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Herodian's Roman History


Marcus Aurelius. Equestrian statue on the Capitol, Rome. Photo Marco Prins.
Herodian (late second, first half third century): Greek historian, author of a History of the Roman Empire since the Death of Marcus Aurelius (table of contents) in which he describes the reign of Commodus (180-192), the Year of the Five Emperors (193), the age of the Severan dynasty (211-235), and the Year of the Six Emperors (238).

The translation was made by Edward C. Echols (Herodian of Antioch's History of the Roman Empire, 1961 Berkeley and Los Angeles) and was put online for the first time by Roger Pearse (Tertullian.Org). The version offered on these pages is hyperlinked and contains notes by Jona Lendering.
Ancient-Warfare.com, the online home of Ancient Warfare magazine
The plain south of Issus. Photo Jona Lendering.
The plain of Issus

3.4: Battle of Issus; death of Niger

[March 194] When he learned what had happened, Niger collected a huge army, but one unused to battle and toil, and marched out in haste. A large number of men, especially the youths of Antioch, presented themselves for service in the campaign, risking their lives for him. The enthusiasm of his army naturally encouraged Niger, but his soldiers were much inferior to the Illyrians in skill and courage.

Both armies marched out to a flat, sweeping plain near a bay called Issus; there a ridge of hills forms a natural theater on this plain, and a broad beach slopes down to the sea, as if Nature had constructed a stadium for a battle.

It was there, they say, that Darius fought his last [1] and greatest battle with Alexander and was defeated and captured when the West defeated the East Even today a memorial and a monument of the victory remain: a city on the ridge, called Alexandria, and a bronze statue from which the region gets its name.

The armies of Severus and Niger not only met at that historic spot but the outcome of the battle was the same. The armies pitched camp opposite each other toward evening, and spent a sleepless night, anxious and afraid. [31 March 194] With each of the generals urging his men on, the armies advanced to the attack at sunrise, fighting with savage fury, as if this were destined to be the final and decisive battle and Fortune would there choose one of them as emperor.

After the battle had continued for a long time with terrible slaughter, and the rivers which flowed through the plain were pouring more blood than water into the sea, the rout of the forces of the East began. Driving Niger's battered troops before them, the Illyrians forced some of the fugitives into the sea; pursuing the rest as they rushed to the ridges, they slaughtered the fugitives, as well as a large number of men from the nearby towns and farms who had gathered to watch the battle from a safe vantage point.

Mounting a good horse, Niger fled with a few companions to Antioch. There he found the survivors of the rout, weeping and wailing, mourning the loss of sons and brothers. Niger now fled from Antioch in despair. Discovered hiding in the outskirts of the city, he was beheaded by the pursuing horsemen.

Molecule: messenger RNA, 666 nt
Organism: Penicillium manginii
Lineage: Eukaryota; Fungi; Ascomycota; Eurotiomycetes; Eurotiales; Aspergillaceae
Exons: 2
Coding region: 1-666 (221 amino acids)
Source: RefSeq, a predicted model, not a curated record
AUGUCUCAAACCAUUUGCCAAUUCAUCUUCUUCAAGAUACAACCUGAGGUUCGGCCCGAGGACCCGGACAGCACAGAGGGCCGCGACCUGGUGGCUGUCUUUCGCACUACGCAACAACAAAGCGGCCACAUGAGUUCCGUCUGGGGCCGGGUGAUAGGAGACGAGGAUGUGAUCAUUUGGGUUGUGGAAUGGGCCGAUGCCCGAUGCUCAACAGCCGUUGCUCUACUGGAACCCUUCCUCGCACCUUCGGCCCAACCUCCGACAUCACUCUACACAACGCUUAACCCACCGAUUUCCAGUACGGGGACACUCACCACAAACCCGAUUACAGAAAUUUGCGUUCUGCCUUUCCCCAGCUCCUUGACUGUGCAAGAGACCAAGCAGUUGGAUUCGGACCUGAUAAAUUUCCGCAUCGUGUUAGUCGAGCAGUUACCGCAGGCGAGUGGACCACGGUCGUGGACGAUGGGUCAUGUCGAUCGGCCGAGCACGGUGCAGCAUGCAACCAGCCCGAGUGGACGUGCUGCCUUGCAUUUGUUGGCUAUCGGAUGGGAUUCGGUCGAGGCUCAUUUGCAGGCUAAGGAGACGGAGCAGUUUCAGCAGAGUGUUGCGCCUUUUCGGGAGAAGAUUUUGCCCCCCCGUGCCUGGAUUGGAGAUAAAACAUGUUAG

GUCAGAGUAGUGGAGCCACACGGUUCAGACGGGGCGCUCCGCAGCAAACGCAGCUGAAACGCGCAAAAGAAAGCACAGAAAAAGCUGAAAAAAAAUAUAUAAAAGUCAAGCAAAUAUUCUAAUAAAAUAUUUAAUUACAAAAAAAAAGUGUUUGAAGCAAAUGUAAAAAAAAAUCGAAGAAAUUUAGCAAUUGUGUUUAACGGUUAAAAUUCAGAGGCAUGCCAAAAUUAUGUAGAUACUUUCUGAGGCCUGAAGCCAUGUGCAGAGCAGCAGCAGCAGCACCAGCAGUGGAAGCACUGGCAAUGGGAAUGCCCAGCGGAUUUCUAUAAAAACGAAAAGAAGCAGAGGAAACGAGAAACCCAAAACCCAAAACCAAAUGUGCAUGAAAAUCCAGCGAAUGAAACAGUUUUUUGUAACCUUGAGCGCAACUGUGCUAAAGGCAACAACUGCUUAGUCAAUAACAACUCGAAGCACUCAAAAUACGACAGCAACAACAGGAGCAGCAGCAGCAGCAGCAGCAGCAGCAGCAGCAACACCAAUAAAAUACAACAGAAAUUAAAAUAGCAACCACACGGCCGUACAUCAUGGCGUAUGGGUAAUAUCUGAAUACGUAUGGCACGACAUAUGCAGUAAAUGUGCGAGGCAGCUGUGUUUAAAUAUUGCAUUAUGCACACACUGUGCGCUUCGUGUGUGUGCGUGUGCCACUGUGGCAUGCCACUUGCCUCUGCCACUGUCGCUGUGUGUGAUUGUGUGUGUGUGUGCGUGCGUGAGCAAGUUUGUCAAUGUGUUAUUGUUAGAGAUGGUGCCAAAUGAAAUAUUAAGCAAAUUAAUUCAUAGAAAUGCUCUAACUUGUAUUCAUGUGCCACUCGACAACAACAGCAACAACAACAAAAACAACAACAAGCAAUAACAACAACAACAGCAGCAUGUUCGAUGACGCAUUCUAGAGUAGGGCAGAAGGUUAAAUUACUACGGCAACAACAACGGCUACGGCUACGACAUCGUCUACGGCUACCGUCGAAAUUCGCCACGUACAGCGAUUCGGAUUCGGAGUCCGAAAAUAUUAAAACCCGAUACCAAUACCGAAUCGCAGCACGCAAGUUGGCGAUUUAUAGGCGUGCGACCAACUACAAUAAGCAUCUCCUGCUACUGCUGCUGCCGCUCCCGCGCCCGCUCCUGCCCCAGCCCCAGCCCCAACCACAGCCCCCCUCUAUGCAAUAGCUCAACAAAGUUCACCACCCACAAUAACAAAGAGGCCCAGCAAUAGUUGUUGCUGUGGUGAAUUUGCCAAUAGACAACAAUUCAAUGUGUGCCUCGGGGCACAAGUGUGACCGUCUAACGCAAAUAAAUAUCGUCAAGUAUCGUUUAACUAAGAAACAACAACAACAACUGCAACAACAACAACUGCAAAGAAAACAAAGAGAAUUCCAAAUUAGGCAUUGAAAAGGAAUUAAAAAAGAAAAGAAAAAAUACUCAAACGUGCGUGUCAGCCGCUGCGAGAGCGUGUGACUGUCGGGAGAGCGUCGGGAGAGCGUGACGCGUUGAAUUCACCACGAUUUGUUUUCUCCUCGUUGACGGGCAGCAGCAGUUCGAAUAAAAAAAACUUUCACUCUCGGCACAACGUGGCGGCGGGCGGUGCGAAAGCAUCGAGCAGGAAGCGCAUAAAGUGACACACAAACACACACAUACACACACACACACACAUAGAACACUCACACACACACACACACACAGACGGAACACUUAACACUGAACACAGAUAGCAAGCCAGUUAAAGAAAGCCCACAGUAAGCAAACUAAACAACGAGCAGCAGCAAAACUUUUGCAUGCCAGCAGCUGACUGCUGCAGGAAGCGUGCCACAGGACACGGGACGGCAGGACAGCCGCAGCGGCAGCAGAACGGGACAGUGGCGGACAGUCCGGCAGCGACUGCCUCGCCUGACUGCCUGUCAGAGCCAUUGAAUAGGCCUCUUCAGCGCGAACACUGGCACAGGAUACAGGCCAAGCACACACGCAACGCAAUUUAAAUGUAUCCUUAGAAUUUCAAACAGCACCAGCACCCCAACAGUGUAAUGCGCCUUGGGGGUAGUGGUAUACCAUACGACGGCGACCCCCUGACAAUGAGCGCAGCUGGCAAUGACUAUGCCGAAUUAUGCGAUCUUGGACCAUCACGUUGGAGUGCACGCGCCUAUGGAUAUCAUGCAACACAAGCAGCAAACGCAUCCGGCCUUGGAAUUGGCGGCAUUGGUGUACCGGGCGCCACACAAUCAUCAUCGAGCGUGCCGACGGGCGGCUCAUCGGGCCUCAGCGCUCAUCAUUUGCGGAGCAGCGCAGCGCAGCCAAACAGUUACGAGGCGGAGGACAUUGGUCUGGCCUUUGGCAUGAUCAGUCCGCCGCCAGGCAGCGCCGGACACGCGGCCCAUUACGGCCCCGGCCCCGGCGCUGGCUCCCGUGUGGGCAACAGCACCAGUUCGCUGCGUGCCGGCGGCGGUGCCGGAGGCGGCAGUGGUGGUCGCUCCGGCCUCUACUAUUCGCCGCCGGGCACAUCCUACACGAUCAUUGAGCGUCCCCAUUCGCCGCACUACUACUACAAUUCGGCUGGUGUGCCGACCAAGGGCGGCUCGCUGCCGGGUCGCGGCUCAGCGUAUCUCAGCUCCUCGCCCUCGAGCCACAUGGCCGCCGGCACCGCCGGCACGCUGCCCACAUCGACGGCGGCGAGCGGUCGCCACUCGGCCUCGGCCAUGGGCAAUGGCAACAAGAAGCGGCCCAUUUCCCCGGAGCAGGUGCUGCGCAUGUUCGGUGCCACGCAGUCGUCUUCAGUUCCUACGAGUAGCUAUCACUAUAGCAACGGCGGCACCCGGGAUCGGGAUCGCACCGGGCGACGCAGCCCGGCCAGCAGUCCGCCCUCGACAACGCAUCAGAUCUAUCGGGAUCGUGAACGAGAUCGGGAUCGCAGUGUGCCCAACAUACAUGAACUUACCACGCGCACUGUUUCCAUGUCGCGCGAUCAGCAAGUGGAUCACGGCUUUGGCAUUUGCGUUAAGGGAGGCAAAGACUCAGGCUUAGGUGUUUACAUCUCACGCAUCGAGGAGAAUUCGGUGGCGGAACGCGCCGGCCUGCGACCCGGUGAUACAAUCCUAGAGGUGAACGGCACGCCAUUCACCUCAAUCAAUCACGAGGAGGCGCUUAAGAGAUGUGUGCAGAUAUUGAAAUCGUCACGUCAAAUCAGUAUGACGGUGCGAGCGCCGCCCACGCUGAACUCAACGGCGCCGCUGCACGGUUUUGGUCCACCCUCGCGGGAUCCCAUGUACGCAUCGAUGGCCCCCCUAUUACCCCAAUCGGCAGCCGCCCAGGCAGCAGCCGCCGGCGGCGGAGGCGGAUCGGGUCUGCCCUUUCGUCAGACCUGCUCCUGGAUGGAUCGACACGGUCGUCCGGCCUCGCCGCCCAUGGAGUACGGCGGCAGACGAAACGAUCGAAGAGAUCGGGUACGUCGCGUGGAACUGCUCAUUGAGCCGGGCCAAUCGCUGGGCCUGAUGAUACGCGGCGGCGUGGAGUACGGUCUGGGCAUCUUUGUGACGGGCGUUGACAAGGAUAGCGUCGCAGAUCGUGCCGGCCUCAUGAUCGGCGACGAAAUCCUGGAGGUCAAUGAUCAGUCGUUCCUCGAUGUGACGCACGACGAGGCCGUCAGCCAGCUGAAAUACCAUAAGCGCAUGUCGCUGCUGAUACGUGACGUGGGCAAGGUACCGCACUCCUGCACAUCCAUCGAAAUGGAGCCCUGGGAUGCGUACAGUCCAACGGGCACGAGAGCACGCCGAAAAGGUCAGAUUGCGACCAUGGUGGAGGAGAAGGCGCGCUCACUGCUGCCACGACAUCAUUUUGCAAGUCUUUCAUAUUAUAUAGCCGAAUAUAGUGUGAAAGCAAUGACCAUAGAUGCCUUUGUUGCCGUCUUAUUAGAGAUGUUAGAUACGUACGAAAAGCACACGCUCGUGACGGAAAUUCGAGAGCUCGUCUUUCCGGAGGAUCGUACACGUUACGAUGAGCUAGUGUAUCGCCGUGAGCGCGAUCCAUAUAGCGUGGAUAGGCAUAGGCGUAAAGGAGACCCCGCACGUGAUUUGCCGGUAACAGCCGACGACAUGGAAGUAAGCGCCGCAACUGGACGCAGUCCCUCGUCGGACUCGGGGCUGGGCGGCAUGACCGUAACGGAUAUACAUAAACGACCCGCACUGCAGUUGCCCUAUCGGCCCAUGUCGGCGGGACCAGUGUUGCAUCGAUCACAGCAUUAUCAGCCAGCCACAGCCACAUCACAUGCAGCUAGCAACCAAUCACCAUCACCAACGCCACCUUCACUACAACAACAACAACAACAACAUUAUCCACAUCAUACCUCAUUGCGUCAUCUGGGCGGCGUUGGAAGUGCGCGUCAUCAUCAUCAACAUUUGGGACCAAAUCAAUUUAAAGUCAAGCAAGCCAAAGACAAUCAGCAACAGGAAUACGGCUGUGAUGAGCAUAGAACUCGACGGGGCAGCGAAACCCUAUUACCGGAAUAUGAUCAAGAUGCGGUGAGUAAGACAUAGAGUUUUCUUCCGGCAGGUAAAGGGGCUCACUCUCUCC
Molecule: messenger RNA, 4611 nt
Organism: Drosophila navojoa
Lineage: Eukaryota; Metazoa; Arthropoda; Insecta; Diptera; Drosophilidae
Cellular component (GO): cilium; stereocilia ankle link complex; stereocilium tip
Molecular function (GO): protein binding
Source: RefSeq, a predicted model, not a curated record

Such was the fate Niger suffered, and he paid the penalty he deserved for his negligence and indecision. In other respects, however, they say that he was in no way despicable either as emperor or as man. Having eliminated Niger, Severus now put to death without mercy all the man's friends, whether they had supported him by choice or by necessity. When he learned that some of Niger's soldiers had managed to escape across the Tigris River and that, fearing the emperor, they were joining forces with the barbarians there, he induced a few to return, by granting them full pardon, but the majority of the fugitives remained in that alien land.


The Tigris near Hasankeyf. Photo Marco Prins.
The Tigris near Hasankeyf

Thereafter, the battle tactics of the barbarians in those regions were much more effective against the close-quarter fighting of the Romans.[2] Formerly, the barbarians did not use swords and spears in battle; they fought only as mounted archers. And instead of wearing full body armor, they rode in light, loose-fitting uniforms. Their method of fighting was to flee on horseback and shoot their arrows behind them.

But since the Roman fugitives were all soldiers, and there were technicians among those who elected to settle permanently across the Tigris River, the barbarians learned from them both the use and the manufacture of arms.



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Note 1:
In 333 BCE. This battle was actually the first in which Alexander the Great met Darius III Codomannus. The last one was at Gaugamela in 331.

Note 2:
This appears to be Herodian's explanation for the fact that Rome's eastern frontier was increasingly threatened during the third century. Unfortunately, it was during the reign of Severus that two Roman attacks on the Parthian Empire proved devastatingly successful. These attacks seriously weakened Rome's eastern enemy, and continued war during Caracalla/Macrinus weakened the Parthian kings even further. In the end, a new dynasty took power: the Sasanians, who were able to reorganize the empire, and became a deadly enemy to Rome (6.2). Herodian plays down the significance of Severus' Parthian wars, although he does mention one of the campaigns in 3.9.
Online 2007
Revision: 29 June 2007
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